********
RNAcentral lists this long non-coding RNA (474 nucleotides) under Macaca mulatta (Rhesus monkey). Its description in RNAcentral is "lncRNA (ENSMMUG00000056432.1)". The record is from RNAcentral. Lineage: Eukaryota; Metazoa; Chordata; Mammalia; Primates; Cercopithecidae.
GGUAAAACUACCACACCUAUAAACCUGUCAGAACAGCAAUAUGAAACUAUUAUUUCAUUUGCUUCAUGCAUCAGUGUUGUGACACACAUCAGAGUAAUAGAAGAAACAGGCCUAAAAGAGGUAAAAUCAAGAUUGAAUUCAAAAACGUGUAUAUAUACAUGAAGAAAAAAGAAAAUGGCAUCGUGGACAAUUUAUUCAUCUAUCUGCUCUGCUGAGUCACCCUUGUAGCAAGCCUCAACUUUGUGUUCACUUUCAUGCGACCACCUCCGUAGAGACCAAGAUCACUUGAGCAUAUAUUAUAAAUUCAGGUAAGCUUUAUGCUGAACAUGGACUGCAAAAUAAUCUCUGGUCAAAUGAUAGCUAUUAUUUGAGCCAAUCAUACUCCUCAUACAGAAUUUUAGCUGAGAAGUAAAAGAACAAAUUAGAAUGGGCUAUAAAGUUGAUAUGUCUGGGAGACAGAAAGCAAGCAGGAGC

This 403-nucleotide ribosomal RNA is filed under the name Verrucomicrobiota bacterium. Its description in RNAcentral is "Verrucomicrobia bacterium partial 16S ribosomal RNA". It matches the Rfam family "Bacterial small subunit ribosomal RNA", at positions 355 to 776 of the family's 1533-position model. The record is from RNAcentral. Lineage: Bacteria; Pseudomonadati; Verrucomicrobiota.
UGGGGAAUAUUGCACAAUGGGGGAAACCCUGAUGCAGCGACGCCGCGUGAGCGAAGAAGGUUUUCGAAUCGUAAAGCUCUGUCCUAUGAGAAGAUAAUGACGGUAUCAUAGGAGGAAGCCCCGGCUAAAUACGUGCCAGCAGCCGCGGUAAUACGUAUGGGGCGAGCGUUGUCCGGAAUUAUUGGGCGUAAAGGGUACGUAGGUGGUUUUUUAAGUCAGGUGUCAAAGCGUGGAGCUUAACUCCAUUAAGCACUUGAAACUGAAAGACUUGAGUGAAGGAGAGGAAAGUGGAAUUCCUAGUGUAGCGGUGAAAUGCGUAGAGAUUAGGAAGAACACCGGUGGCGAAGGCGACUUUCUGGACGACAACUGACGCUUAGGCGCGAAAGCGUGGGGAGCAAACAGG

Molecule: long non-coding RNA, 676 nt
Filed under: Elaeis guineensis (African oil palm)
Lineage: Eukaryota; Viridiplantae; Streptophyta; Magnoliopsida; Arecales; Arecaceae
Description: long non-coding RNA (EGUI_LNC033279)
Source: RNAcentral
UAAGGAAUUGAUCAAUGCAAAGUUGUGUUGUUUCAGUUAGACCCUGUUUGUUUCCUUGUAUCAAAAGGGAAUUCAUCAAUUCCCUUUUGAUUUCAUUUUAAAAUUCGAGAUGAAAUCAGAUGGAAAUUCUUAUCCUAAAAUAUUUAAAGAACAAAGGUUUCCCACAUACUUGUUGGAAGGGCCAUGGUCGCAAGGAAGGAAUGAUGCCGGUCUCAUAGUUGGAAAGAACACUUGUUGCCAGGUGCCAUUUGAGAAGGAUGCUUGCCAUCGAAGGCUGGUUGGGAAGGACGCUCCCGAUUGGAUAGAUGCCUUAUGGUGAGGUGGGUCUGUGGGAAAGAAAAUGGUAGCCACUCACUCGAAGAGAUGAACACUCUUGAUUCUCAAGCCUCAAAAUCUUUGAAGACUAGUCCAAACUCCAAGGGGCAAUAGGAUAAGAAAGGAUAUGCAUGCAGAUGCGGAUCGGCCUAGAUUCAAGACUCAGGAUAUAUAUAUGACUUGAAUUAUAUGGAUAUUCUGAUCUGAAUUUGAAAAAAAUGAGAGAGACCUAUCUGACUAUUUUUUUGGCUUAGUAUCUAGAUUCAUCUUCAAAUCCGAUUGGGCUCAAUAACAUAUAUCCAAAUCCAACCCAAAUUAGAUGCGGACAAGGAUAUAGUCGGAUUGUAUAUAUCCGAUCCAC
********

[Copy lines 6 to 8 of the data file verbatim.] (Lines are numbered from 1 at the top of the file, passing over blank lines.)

Filed under: Elaeis guineensis (African oil palm)
Lineage: Eukaryota; Viridiplantae; Streptophyta; Magnoliopsida; Arecales; Arecaceae
Description: long non-coding RNA (EGUI_LNC033279)